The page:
How to Get Help With Drug Addiction Recovery

Learn more about how to recognize addiction, common addictive substances, and how to get help with drug addiction recovery.


Drug addiction is a complex and pervasive issue that affects millions of people worldwide. Substance use disorder (SUD) can lead to physical, emotional, and social problems. Despite its prevalence, many people are unaware of the causes, signs, and treatment options for getting help with drug addiction recovery.

This article aims to provide a comprehensive overview of drug addiction, including risk factors, signs, and dangers, as well as how to get help with drug addiction.
Help With Drug Addiction

What is Drug Addiction?

Drug addiction, also known as substance use disorder (SUD), is a condition characterized by a compulsive desire to use drugs despite the negative consequences that result from drug use. It is a chronic, relapsing brain disease that affects a person’s ability to control their drug use.

Drug addiction involves both physical and psychological dependence on drugs. Physical dependence occurs when the body adapts to the presence of a drug, and withdrawal symptoms occur when the drug is stopped. Psychological dependence refers to the intense cravings for the drug, as well as the negative emotional and mental effects that result from not using the drug.

Addiction can lead to a range of negative health consequences and also have social and economic consequences. This is why getting help with drug addiction recovery is crucial.1

A Deeper Look at Substance Use Disorder

How Drugs Affect the Brain

Drugs interfere with the brain’s communication system by disrupting the way neurotransmitters are released and reabsorbed. Neurotransmitters are chemicals that send messages between nerve cells.

For example, drugs like cocaine and methamphetamine increase the levels of dopamine in the brain. This leads to feelings of pleasure and euphoria. Other drugs, like opioids, depress the central nervous system, leading to feelings of relaxation and pain relief.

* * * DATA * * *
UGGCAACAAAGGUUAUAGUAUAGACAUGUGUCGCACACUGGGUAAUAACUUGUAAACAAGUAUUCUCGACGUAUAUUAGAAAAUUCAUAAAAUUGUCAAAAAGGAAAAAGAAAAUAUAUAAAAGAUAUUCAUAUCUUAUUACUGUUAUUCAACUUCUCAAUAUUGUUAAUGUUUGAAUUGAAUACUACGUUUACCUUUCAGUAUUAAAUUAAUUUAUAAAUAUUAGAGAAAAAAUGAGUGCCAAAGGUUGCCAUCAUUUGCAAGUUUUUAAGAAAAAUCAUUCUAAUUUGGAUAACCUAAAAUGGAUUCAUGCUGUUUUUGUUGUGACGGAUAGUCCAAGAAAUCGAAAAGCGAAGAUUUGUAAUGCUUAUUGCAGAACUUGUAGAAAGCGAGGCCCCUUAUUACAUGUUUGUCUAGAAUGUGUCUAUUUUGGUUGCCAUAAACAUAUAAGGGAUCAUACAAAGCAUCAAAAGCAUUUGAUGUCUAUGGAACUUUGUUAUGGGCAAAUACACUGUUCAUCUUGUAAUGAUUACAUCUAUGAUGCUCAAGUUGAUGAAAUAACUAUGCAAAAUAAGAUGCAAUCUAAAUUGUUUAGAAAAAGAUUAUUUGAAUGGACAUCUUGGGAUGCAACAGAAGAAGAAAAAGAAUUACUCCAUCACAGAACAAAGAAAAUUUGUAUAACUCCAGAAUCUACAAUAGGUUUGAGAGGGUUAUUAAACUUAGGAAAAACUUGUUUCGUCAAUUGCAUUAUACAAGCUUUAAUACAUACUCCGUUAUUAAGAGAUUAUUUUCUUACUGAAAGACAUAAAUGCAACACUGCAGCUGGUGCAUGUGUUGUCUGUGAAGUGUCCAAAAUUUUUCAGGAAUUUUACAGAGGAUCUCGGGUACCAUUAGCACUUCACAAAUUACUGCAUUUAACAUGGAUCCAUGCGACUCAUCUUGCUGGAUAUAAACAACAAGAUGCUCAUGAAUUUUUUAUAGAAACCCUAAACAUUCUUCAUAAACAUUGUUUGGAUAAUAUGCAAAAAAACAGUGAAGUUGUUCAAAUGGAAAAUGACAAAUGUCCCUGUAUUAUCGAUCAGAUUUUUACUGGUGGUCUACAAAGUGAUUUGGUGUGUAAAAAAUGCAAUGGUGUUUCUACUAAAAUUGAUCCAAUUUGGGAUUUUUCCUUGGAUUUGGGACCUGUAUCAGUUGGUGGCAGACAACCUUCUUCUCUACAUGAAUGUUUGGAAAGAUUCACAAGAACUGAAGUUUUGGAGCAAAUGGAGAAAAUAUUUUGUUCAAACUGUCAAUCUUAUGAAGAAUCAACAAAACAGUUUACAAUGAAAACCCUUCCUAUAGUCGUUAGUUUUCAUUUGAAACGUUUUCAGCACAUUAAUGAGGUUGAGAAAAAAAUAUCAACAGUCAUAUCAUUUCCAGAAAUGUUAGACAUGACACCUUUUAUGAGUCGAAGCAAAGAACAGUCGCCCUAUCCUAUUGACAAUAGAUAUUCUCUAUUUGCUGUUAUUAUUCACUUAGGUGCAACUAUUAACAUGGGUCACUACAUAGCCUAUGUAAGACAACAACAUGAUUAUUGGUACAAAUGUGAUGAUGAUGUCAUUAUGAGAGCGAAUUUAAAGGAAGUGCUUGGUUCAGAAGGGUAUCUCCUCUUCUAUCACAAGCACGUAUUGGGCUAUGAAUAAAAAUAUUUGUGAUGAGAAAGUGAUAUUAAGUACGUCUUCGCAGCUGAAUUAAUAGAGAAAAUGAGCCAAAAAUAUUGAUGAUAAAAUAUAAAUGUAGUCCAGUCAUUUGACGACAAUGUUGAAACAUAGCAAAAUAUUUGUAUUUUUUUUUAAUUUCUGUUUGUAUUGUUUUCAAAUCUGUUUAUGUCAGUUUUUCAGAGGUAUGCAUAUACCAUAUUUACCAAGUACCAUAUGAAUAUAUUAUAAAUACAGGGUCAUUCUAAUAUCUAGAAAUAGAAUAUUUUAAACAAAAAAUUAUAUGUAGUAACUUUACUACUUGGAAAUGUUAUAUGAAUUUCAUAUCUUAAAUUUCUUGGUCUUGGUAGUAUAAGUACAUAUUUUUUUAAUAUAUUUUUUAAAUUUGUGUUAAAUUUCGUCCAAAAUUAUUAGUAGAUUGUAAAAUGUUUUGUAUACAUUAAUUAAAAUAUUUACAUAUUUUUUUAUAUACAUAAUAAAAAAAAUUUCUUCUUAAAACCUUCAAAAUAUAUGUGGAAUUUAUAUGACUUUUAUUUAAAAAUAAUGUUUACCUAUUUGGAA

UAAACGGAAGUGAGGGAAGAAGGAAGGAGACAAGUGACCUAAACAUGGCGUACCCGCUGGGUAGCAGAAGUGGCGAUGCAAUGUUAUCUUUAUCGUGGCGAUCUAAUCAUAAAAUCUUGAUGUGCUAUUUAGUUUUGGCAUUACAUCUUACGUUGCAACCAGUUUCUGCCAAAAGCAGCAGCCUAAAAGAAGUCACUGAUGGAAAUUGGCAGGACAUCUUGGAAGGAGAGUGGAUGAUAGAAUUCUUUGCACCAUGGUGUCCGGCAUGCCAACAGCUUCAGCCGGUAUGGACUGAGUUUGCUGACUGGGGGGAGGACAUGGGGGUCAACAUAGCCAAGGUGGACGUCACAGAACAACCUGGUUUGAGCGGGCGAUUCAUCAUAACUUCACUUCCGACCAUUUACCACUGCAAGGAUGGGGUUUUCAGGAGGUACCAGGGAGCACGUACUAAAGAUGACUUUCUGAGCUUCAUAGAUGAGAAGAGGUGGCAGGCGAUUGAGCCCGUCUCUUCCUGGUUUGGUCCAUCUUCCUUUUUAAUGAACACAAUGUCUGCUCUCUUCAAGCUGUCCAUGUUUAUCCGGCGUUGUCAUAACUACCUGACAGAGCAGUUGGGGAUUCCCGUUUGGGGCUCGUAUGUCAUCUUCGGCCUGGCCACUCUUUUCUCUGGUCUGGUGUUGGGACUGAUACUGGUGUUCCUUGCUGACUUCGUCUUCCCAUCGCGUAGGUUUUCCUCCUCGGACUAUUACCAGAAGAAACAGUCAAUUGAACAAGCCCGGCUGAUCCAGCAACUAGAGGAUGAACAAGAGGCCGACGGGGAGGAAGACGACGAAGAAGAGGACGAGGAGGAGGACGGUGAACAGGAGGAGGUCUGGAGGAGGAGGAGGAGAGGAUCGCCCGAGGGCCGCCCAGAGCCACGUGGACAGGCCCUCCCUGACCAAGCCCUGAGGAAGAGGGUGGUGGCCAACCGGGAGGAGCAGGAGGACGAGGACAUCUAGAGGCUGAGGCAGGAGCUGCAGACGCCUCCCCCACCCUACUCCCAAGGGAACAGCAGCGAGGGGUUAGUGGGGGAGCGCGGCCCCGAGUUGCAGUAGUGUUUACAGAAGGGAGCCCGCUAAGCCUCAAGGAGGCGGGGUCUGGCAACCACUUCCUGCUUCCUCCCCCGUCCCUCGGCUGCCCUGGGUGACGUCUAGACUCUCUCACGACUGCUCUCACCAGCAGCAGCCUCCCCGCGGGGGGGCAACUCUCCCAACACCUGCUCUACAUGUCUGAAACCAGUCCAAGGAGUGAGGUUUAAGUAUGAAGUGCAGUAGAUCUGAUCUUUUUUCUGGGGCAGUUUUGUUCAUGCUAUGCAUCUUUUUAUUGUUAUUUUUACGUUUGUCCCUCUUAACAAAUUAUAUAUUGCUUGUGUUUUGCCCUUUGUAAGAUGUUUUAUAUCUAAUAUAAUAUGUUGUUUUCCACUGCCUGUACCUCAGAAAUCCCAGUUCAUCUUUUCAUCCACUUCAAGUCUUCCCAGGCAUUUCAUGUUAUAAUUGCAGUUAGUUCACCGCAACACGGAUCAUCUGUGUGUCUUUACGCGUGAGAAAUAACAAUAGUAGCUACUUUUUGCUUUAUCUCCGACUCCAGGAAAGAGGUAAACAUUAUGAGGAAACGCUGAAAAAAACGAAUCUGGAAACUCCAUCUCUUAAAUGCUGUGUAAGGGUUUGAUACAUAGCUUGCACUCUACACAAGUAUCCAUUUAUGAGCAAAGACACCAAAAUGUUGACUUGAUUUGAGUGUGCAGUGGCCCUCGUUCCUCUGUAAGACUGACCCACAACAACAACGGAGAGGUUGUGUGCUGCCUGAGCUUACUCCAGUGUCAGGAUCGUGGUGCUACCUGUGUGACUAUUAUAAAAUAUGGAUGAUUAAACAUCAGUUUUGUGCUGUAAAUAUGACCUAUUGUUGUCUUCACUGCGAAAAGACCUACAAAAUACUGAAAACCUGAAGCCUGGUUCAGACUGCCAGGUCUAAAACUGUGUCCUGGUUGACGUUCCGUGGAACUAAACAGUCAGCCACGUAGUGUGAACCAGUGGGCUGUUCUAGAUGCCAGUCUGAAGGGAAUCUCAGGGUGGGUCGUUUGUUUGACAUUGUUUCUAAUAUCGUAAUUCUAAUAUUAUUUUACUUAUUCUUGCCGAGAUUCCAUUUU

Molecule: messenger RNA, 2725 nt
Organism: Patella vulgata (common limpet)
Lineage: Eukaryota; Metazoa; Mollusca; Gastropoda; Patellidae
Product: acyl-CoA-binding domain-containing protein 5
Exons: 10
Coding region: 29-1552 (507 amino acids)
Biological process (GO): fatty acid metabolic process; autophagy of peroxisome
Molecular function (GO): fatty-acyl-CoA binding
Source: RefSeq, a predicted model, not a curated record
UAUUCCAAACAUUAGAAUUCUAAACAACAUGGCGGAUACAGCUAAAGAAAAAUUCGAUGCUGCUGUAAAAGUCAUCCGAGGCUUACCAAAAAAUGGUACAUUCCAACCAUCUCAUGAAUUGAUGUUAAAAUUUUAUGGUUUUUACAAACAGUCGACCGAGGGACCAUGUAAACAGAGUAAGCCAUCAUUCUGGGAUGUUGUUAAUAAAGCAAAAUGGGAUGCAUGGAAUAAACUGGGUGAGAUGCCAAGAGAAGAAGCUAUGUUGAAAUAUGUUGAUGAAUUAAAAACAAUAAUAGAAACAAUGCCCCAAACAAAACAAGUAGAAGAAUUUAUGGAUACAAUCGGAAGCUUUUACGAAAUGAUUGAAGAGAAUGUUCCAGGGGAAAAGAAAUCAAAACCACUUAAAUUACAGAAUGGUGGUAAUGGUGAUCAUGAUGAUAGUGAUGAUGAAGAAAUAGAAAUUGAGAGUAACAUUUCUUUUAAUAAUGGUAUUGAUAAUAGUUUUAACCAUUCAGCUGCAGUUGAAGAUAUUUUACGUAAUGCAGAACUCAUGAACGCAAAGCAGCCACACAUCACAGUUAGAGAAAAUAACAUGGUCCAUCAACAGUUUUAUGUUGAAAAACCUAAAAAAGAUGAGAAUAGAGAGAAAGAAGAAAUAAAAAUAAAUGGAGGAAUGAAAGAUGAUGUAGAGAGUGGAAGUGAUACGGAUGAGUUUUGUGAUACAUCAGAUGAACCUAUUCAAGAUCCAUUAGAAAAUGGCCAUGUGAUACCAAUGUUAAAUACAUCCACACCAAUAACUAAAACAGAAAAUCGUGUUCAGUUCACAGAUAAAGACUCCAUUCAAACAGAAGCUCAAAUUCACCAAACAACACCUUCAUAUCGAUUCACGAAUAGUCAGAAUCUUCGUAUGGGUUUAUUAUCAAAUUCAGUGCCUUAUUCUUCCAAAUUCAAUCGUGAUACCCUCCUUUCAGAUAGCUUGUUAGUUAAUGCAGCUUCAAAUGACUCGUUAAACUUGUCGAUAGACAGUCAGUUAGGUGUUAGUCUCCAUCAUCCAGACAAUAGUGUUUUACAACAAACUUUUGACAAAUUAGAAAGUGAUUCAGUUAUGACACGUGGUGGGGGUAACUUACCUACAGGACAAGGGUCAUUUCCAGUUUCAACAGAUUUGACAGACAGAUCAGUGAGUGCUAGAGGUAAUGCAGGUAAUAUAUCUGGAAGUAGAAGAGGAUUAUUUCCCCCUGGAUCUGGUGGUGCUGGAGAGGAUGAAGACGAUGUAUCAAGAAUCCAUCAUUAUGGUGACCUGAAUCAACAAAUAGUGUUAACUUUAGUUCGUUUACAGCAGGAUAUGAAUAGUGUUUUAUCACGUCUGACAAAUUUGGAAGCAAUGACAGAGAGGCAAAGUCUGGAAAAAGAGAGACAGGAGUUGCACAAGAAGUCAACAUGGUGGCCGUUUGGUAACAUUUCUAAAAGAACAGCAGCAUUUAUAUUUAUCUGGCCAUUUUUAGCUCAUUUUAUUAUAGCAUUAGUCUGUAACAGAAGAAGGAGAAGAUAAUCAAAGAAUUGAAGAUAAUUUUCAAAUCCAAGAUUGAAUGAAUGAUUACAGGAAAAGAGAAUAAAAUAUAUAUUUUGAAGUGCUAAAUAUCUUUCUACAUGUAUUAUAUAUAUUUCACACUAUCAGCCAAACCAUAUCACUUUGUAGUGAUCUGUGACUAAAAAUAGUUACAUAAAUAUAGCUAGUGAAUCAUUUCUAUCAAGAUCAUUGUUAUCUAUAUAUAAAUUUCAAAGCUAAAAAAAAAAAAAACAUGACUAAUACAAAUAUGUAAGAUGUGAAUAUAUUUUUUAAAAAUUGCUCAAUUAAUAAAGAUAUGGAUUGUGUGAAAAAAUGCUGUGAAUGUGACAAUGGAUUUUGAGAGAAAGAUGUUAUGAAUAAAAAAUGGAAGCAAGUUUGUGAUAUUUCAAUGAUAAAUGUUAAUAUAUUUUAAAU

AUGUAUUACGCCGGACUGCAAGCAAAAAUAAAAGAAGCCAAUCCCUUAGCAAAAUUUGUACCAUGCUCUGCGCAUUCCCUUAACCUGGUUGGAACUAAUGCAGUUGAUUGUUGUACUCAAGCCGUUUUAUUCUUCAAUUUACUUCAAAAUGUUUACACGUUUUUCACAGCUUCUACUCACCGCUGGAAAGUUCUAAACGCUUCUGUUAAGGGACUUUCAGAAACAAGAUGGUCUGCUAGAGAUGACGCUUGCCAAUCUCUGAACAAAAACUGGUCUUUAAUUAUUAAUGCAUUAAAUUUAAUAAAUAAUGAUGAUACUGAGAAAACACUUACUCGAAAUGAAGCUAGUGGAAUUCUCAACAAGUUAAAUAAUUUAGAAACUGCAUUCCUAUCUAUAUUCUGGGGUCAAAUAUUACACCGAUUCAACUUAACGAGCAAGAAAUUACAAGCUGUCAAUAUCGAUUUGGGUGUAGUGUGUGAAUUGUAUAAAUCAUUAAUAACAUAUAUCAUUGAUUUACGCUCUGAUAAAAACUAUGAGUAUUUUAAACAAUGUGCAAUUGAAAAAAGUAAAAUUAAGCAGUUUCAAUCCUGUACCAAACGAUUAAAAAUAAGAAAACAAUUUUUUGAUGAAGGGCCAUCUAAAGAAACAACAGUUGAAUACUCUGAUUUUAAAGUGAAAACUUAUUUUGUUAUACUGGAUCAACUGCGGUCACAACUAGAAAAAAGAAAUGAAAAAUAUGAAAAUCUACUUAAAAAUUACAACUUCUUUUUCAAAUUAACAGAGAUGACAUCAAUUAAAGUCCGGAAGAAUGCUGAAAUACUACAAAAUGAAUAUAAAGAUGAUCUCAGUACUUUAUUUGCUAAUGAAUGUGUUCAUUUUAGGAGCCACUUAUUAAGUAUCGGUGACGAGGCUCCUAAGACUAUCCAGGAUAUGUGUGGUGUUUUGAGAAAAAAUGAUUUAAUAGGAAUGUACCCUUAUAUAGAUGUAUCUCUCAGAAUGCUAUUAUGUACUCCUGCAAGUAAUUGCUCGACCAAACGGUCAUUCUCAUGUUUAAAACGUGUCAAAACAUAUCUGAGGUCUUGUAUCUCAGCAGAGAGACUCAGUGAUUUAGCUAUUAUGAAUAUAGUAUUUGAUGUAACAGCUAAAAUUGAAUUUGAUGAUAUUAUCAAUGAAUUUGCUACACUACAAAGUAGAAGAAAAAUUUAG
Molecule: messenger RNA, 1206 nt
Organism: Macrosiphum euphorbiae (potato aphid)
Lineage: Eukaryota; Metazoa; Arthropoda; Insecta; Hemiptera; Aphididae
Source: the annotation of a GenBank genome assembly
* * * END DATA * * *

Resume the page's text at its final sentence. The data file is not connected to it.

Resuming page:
Drugs alter the brain’s reward system. It becomes less sensitive to natural rewards like food and social interaction. This leads to tolerance, dependence, and addiction.2
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Common Addictive Drugs

The most common drugs that lead to needing help with drug addiction are opioids, stimulants, depressants, hallucinogens, alcohol, inhalants, marijuana, and hypnotics. These drugs are classified based on the effect they have on the central nervous system.3
Below is an overview of each category and their impact on the brain and body.


Opioids are a class of drugs that include prescription painkillers, such as oxycodone, hydrocodone, and fentanyl, as well as illegal drugs like heroin. Opioids work by binding to the opioid receptors in the brain and blocking pain signals. They are prescribed to treat pain from surgery, injury, or chronic conditions such as cancer. They also activate the brain’s reward system, producing feelings of euphoria and pleasure.

Long-term use of opioids can lead to changes in the brain’s chemistry. This can result in tolerance and physical dependence. Withdrawal symptoms, such as nausea, vomiting, and muscle aches, occur when a person stops using opioids. Opioid addiction can lead to overdose, which can be fatal.

Background Overview on Opioid Use


Stimulants, such as cocaine and methamphetamine, increase brain activity and produce a rush of euphoria and energy. They are sometimes used to treat attention deficit hyperactivity disorder (ADHD) or narcolepsy. These drugs are highly addictive and can lead to long-term changes in the brain that affect decision-making, judgment, and impulse control.

Long-term use of stimulants can lead to many health problems. These include heart disease and stroke. They can also cause psychiatric symptoms such as paranoia and psychosis.


Depressants, such as benzodiazepines, slow down brain activity and produce feelings of relaxation and calmness. These drugs are often used to treat anxiety, insomnia, and seizures. They can be highly addictive when used for extended periods.
Long-term use of depressants can lead to tolerance and physical dependence. Withdrawal symptoms, such as seizures and delirium, can occur when a person stops using these drugs. Depressant addiction can also lead to liver damage, cognitive impairment, and other health problems.